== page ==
The New Year is a good time to review our commitments. What do we spend our time doing? For most of us, it’s work and family, commitments which are not optional. We work or go to school. We live with others or maintain friendships. Then there are commitments to healthy living - exercise, nutrition, adequate sleep. Work, family and health are the usual objects of New Year’s resolutions.
Do we also think about our commitment to God?
As Methodist Christians, we’ve all taken vows if we’re full members of the church. Most of us did this at our Confirmation. But with the years, it’s easy to put our vows on autopilot. For review, here are the vows as listed in the service of baptism:
Do you renounce the spiritual forces of wickedness, reject the evil powers of this world, and repent of your sin?
Do you accept the freedom and power God gives you to resist evil, injustice, and oppression in whatever forms they present themselves?
Do you confess Jesus Christ as your Savior, put your whole trust in his grace, and promise to serve him as your Lord, in union with the church which Christ has opened to people of all ages, nations, and races?
Will you remain faithful members of Christ’s holy church and serve as Christ’s representatives in the world?
In simpler language:
Have we turned away from sin?
Do we believe in Jesus and follow him?
Have we accepted God’s forgiveness through Christ?
Do we serve God in the church, and in the world?
In terms of commitment, we can ask ourselves this question: if someone followed us around for a week, would they know we were Christians? Would the way we used money, treated others, or spent our time provide evidence of our Christian commitment?
There may be some areas of our walk with God that would benefit from recommitment - prayer and Bible meditation, attending worship, Christian service inside or outside the church, or our lifestyle. Spend 10 minutes today thinking about these questions, and resolve in some definite way to live a more Christlike life. You will benefit, and so will those you live and work with.
Happy New Year, Pastor Eric
Christmas is the time of the church year when we focus on the Incarnation. Incarnation means to put on flesh. God the Son, at a certain time in history, left the Father’s side and became man. He did this, however, without losing his full divinity.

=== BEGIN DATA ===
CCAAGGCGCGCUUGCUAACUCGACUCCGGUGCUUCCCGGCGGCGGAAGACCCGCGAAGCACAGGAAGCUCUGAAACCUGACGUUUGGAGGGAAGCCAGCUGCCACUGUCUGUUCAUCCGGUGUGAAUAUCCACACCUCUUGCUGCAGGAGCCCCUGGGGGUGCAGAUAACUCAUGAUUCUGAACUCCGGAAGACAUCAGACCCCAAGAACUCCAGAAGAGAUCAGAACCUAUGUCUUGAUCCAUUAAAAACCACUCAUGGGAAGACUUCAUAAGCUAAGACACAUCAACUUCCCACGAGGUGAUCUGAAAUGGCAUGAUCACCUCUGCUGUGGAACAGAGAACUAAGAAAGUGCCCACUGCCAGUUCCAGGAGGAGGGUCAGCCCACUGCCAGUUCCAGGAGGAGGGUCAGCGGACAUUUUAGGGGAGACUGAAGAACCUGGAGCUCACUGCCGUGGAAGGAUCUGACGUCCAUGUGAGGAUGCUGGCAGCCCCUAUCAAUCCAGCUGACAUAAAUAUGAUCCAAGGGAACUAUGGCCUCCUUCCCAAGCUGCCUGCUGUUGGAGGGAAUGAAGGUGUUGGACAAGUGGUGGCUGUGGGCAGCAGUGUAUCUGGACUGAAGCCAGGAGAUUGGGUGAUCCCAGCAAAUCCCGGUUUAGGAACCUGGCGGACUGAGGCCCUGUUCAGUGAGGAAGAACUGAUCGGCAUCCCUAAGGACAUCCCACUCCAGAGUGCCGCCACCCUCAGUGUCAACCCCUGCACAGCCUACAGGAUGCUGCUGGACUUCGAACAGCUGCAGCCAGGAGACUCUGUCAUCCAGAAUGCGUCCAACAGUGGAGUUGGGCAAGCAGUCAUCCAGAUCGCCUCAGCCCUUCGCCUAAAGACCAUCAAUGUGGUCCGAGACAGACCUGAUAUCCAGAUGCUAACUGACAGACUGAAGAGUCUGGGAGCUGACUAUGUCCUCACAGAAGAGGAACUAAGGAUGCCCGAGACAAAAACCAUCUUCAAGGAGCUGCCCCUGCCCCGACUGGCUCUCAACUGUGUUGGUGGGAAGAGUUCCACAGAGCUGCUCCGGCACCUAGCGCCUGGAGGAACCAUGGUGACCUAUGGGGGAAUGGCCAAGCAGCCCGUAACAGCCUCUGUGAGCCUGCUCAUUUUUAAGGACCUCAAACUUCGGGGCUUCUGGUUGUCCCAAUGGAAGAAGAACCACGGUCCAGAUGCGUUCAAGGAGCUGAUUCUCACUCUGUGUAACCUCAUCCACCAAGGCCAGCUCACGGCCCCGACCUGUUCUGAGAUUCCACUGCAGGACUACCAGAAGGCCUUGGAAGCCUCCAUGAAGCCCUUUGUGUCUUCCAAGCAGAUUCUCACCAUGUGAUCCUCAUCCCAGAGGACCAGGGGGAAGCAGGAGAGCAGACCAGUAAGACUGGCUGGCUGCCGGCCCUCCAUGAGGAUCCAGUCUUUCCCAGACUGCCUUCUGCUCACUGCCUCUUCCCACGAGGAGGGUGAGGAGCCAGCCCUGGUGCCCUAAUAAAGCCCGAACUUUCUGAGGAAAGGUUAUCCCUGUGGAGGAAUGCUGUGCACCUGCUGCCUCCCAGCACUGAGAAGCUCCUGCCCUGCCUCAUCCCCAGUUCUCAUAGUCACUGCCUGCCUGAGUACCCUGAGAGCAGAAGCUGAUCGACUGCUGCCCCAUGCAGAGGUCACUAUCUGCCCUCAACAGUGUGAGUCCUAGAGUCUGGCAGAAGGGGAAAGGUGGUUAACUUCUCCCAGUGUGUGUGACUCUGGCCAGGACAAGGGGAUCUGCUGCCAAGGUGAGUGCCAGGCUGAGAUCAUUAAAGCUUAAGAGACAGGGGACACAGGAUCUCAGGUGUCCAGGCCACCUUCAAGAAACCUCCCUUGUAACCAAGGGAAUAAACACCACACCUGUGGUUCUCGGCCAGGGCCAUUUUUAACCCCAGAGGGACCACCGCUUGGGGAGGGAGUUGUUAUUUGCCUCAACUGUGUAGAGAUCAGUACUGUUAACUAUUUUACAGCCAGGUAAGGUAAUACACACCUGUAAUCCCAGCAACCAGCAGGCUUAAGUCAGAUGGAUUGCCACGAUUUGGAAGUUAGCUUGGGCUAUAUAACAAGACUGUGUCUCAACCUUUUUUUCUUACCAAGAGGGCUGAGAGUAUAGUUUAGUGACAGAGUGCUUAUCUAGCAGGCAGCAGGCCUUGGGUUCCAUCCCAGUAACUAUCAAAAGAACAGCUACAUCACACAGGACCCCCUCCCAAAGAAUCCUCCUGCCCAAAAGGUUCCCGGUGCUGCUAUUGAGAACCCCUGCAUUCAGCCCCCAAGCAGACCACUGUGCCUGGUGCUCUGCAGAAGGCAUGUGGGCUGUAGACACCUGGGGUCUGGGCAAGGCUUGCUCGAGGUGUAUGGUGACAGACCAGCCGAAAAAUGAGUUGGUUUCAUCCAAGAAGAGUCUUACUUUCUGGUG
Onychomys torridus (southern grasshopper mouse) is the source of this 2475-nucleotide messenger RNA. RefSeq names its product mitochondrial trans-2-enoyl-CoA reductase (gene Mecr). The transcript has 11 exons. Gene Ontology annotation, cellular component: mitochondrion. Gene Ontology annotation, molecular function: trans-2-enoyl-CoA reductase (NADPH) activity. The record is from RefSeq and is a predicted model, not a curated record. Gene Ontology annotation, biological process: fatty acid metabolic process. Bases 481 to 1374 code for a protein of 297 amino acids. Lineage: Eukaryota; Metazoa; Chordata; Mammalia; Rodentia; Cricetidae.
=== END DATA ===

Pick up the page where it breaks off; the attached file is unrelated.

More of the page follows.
We see Jesus’ divinity in the gospels. He heals. He forgives sins, which only God can do. He teaches with authority, rather than citing Old Testament scriptures. He claimed to be the Lord of the Sabbath. He rose from the dead. These are divine acts.
However, Jesus was also fully human. He had a human mother. He ate. He wept when his friend Lazarus died. He suffered in the Garden of Gethsemane and on the Cross. He died. These are human experiences.
At Christmas we celebrate, not only the birth of Jesus, but the coming of God in the flesh. God is truly with us. He has a human face in Jesus. God understands our human plight, our fragility, our temptations - because he shared those things in Jesus. God also reached down and redeemed our humanity by the offering of Jesus. And he did this by sharing our nature - not distantly, or abstractly - but actually.
I find great comfort in the doctrine of the Incarnation. Jesus is human enough to understand me, but also powerful enough to save me. Being a Christian means being fully human, but also striving to be like God - to be holy. God is near to us in Jesus, without ceasing to be God. What a wonderful Savior to follow.
What does it mean for you that God took on flesh in Jesus? At Christmas, let’s remember both aspects of our Savior - his full humanity, and his full divinity - and draw both comfort and strength from him.
See you in church!